In the field of small-bore rifles there has existed a definite void—a gap between the special match rifles, and the cheap arms that no well-informed shooter would take seriously. The finer rifles as developed in recent years leave little to be desired, but they cost more than many shooters can afford to pay. There are a number of moderate-priced rifles which may be adapted for informal target practice, but not one of them quite meets the requirements of competitive match shooting.
Now at last we have a small-bore rifle the design of which has been so carefully worked out and the production so skilfully engineered that it is at once a high-grade and moderate-priced arm, and honourably fills the gap that has existed for so long a time. I refer to the 1933 design of the Model 1919 Savage rifle, with the development of which the N. R. A. has
been closely associated. This new model has a beautiful modern prone stock, a speed lock, an improved action, improved trigger pull, improved sights, and a much larger port in the receiver to permit single  loading with ease. The price is $29.75 ready to go on the firing line, after one's favorite shooting sling has been attached.
The Model '19 Savage bolt action repeater was introduced as a small-bore match rifle at Caldwell, N. J., where it was used by members of the American Dewar Team of 1919. Afterward a number of changes were made, principally in the action, to obtain more convenient loading, better cocking, improved ignition and more positive ejection.
This original Model 1919 N. R. A. Savage is the rifle which is so well known to our members. It enjoyed the distinction of being the best-stocked moderately priced small-bore target rifle on the mar­ket, and it became deservedly popular for target training purposes. It weighed only 7 pounds; it had a flimsy receiver sight and an unsatisfactory trigger, but it was completely equipped for the target range and it established a -reputation for fine accuracy. The barrel had the Springfield groove width and the Winchester groove diameter, but its weight was less than that of either of these other barrels. The forestock extended to the muzzle of the barrel, which had a bore length of 25 inches. The dimensions of the stock were as follows:


Overall length of stock.................................. 40
Length, trigger to buttplate......................... 13¼
Drop at heel, from sight line................... 2 7/16
Drop at comb, from sight line....................... 1⅞

Total rifle weight, without sling, about 7 pounds.





For comparison, the dimensions of the new 1933 model stock are as follows:




Overall length of stock................................ 32⅛
Length, trigger to buttplate.......................... 13½
Drop at heel, from sight line......................... 1⅞
Drop at comb, from sight line....................... 1⅝

Total rifle weight, without sling, about 8 pounds.






It may be noted that the 1933 stock is ¼ inch longer back of the trigger, but much shorter in overall length. This is because it ends only a couple of inches forward of the swivel band. The sling swivel is fully 16½ inches forward of the trigger. The semibeavertail forestock is 2 inches wide and nearly flat on the bot­tom. It rests very comfortably in the palm of the hand, and there is no tend­ency to cant. The grip for the right hand is equally secure. The plain, uncapped pistol grip has a length of 3½ inches and a vertical drop of 1½ inches from the trigger. A neat fillet connects it with the bottom of the stock, and, similarly, the top of the grip is neatly curved to meet the comb. The comb is made thick, and nearly 10 inches long,n to give maximum comfort and security in prone shooting. Large-pawed shooters who want more grip space can easily cut the comb back ⅛ inch, or even ¼ inch. The new stock is very much straighter than the old stock, the drop being ¼ inch less at the comb and ½ inch less at the heel. The large shotgun type butt is protected by a 5⅛ x 1⅜ -inch cross-grooved steel plate, which is set at an angle to give a pitch down of about 1½ inches at the muzzle.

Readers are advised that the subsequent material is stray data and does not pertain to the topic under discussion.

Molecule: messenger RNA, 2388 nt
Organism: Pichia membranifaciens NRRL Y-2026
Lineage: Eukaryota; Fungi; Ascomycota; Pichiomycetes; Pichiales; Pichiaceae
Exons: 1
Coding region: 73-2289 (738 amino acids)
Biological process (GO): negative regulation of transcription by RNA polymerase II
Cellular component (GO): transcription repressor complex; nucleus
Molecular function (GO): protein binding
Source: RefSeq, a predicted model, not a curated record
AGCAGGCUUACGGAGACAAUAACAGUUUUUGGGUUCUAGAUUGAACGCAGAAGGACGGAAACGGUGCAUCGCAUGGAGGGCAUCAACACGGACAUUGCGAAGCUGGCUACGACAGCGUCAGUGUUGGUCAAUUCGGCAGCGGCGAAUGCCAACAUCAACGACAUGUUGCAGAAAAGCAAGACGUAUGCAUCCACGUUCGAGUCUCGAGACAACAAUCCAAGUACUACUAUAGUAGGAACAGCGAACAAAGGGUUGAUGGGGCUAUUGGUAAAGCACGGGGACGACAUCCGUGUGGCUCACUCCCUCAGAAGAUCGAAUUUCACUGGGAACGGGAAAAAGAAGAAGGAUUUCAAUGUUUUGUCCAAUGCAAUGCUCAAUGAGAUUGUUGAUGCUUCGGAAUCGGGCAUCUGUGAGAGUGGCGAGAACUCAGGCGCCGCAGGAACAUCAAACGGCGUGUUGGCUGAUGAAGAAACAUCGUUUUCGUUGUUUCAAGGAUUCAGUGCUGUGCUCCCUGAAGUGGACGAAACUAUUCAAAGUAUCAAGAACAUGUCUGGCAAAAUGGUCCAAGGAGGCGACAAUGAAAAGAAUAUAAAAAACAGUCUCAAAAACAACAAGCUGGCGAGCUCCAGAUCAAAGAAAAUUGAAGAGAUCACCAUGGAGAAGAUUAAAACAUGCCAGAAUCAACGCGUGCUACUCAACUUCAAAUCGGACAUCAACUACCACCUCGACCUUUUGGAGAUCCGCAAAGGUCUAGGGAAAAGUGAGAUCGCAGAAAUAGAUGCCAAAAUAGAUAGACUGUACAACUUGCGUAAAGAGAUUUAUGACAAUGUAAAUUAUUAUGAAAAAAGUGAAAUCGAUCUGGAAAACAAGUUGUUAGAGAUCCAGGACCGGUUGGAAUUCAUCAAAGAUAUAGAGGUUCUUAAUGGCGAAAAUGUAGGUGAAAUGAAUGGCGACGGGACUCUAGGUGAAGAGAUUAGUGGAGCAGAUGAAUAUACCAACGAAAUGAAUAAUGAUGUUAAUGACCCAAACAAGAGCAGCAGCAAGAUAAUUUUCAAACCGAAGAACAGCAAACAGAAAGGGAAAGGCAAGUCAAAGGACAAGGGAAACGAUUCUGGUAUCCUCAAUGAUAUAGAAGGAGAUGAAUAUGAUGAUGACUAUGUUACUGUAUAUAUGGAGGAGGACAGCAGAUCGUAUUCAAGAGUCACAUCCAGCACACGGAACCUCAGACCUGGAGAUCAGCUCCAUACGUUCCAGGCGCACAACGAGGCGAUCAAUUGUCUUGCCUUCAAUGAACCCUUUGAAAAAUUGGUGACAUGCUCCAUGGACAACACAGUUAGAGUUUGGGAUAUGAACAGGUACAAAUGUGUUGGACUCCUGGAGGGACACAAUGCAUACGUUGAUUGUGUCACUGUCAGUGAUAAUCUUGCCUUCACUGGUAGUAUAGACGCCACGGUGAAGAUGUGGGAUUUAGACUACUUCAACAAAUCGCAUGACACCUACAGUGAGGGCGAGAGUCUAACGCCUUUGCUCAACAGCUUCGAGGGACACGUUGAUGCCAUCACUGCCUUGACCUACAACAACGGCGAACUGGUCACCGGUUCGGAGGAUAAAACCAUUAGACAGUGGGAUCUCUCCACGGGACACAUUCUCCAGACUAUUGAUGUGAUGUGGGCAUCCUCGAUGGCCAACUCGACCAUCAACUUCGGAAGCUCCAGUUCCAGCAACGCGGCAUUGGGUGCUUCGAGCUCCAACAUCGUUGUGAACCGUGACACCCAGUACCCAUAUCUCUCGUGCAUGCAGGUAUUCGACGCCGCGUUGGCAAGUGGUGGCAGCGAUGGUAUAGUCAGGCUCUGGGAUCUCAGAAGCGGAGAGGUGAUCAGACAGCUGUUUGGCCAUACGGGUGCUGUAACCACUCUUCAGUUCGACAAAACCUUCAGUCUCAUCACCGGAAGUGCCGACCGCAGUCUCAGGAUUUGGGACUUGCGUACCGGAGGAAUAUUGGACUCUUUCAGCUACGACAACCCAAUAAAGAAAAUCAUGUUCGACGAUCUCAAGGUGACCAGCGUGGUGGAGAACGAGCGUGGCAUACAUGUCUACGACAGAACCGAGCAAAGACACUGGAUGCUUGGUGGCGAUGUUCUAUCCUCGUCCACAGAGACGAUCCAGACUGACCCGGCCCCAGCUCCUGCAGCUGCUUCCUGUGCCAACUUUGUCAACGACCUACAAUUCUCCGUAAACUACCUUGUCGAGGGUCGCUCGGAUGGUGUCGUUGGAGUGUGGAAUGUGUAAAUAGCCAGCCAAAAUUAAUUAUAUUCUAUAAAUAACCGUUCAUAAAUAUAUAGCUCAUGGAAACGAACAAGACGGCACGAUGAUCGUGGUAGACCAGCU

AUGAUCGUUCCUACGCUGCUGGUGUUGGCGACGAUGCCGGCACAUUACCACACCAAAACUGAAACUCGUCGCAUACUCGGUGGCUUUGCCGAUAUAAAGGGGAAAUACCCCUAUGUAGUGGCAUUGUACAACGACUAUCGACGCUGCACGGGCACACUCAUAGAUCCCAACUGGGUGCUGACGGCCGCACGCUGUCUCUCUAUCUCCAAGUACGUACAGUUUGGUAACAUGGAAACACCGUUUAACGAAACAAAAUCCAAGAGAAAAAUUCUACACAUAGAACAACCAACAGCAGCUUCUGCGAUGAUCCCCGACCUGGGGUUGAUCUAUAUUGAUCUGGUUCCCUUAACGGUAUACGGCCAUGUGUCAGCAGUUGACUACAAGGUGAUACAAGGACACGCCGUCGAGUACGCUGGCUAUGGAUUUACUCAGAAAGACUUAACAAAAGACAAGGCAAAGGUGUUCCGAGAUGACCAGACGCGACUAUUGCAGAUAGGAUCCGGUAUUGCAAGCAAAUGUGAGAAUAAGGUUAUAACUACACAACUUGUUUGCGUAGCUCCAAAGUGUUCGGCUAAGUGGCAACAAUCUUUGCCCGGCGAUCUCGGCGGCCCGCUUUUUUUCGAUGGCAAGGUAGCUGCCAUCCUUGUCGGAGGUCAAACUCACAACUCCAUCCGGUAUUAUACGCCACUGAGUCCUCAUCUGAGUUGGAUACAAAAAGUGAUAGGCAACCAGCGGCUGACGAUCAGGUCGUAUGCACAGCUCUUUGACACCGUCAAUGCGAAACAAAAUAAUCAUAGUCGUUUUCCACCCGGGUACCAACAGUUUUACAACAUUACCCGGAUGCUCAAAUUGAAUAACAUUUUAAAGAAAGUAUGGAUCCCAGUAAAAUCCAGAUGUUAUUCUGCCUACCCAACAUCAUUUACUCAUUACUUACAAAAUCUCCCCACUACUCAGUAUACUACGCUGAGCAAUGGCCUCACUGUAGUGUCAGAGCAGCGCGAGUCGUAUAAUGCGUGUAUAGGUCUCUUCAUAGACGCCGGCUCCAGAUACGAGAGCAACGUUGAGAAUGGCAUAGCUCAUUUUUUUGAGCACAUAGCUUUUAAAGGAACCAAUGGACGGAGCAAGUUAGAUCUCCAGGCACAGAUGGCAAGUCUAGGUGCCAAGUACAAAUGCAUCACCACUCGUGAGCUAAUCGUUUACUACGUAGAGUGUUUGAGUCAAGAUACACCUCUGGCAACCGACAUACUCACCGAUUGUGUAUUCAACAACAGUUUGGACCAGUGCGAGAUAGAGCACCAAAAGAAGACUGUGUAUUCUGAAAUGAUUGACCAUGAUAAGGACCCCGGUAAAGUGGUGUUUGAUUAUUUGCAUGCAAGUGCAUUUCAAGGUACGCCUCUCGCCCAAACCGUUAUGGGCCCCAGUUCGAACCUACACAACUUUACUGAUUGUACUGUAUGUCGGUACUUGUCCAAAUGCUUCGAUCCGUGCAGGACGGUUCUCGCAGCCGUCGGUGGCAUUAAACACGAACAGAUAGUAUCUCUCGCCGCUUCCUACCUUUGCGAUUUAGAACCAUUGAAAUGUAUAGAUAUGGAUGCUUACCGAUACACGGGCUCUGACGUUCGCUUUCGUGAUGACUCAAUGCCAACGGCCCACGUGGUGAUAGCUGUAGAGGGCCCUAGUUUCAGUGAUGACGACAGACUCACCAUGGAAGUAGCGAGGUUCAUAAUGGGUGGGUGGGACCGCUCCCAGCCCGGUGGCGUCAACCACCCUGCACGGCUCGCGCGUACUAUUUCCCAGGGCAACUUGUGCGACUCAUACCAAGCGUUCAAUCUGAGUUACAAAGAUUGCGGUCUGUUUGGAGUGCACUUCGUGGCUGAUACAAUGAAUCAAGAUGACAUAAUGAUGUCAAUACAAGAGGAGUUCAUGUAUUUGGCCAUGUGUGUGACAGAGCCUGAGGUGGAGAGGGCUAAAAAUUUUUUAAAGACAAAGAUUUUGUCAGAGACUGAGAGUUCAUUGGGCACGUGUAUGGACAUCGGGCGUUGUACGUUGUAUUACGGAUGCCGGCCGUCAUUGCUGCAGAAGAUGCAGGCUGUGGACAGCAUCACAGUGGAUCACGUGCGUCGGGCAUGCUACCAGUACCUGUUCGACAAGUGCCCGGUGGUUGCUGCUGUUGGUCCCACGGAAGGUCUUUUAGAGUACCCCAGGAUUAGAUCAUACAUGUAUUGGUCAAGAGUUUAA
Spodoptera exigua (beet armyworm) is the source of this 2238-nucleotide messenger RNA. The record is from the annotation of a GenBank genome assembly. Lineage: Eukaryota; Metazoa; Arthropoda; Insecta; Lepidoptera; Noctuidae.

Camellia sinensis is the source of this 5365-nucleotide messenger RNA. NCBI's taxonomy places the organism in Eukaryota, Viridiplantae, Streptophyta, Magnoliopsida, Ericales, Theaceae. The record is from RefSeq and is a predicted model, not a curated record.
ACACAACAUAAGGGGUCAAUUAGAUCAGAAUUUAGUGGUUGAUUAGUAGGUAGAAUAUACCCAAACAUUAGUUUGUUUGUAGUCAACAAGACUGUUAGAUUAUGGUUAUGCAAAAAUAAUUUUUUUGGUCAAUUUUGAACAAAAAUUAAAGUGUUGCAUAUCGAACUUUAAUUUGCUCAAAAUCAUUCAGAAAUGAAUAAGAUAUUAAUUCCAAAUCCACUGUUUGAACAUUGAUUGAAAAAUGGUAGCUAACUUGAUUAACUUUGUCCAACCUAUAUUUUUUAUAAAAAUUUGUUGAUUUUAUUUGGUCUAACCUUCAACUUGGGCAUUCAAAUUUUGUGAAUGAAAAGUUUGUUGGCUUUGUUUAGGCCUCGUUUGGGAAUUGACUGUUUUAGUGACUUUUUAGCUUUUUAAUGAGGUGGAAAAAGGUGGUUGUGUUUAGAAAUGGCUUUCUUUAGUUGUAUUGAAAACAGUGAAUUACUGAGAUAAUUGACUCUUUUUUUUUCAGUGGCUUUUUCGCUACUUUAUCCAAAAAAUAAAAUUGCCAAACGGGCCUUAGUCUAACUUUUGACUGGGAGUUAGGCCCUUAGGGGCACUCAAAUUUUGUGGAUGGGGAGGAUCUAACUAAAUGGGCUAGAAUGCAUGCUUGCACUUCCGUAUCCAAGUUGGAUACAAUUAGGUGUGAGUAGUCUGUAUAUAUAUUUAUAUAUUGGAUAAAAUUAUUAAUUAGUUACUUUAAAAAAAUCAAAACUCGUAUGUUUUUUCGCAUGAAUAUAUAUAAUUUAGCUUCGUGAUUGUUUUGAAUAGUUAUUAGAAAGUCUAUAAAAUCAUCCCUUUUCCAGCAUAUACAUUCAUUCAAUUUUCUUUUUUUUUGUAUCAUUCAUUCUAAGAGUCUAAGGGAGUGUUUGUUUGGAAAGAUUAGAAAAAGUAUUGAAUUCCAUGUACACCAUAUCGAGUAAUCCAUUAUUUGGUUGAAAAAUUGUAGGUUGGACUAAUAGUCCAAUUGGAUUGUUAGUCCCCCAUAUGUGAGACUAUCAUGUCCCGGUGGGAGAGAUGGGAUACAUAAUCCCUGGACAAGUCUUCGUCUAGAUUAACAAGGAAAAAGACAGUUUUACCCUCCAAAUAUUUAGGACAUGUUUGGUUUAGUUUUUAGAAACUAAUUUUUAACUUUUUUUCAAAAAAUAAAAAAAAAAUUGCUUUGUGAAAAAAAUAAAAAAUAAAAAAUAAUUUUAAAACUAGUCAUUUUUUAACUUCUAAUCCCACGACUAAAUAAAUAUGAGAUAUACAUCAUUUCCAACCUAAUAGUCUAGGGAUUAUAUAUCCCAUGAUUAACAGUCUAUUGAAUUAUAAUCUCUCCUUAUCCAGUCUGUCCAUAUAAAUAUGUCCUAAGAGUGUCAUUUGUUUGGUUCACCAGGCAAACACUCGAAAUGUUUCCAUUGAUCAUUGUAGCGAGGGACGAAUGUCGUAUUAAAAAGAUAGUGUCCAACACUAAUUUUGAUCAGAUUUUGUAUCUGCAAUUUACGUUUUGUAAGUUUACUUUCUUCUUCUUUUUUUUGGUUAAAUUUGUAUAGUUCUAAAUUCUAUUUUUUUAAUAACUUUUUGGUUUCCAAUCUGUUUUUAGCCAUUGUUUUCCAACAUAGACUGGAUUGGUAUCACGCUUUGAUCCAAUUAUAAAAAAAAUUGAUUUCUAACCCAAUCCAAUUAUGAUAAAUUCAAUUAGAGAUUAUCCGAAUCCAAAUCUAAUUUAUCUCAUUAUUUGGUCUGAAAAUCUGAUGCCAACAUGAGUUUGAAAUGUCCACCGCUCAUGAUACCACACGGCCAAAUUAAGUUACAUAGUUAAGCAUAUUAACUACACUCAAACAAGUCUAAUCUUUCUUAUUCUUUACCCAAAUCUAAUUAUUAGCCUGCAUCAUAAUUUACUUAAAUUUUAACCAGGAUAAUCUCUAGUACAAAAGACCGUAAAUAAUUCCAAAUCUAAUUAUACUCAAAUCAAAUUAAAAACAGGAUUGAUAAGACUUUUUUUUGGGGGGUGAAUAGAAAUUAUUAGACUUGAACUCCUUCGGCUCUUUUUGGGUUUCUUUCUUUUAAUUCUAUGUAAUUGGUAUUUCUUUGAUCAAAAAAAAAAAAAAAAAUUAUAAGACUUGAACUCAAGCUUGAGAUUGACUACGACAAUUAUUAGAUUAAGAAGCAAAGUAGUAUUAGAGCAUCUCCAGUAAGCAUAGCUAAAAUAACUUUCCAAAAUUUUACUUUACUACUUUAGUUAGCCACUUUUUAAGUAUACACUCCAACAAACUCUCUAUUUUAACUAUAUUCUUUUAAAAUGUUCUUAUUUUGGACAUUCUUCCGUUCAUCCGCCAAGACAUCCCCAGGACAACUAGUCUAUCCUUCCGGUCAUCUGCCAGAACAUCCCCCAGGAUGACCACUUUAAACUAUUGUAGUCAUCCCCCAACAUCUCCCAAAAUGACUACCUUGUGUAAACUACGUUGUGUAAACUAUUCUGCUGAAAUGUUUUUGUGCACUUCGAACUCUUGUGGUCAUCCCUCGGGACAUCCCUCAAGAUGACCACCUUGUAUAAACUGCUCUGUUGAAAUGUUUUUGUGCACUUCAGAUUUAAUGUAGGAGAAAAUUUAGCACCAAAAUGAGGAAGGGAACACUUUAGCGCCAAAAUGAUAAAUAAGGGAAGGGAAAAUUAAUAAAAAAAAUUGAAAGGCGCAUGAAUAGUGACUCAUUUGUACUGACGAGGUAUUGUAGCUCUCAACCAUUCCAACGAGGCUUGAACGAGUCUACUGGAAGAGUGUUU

This new stock is very handsome in line and finish. The smooth surface and rich color of the walnut indicate a thor­oughly polished and well rubbed oil finish. While pleasing to the eye, the stock is even more pleasant to hold. Peculiarly, considering the scanty heel drop, the rifle is comfortable offhand. It holds extremely well in the standing position. It is still better sitting; and in the prone position it comes into its own. To me the most convincing evidence of its proper design is the fact that my groups from the ortho­dox prone position were as good as those I fired from rest. This was not true with the scope sight because its greater height increases the drop ¾ inch. However, with the scope I made a 1-1/16" group at 50 yards from the sitting position, which may be taken as further evidence of proper stock dimensions.
The former ejection port in the receiver has been enlarged into a real loading port. It is l⅜ inches long and is cut clear across the top of the receiver, so that single- loading for match shooting is now very convenient. The bolt face is recessed for high-velocity ammunition so that the cartridge head is fully supported. The bolt face and the striker are now made of high-grade heat-treated steel. The striker has a travel of only 3/16 inch, the lock time having been speeded up to less than .002 of a second. A projection on the striker head stops the striker and serves to regulate the depth of blow. Because the jar is relatively light and is absorbed by heavy metal, this rifle may be snapped without harm.
In addition to the handle, which serves also as a locking lug, the bolt has a second locking lug farther to the rear. The action stroke or bolt travel is 1¼ inches. By means of a cam in the bolt head and a pin on the striker, the latter is cocked on the upturn of the bolt handle. This opening motion is a bit rough but not unduly hard. The trigger, which appears unchanged in design, has no take-up, and the pull is short. The pull would just lift a dead weight of 4 pounds. It does not feel as heavy as that because the let- off is clean. The sear serves also as the bolt stop, and a very strong sear spring is used.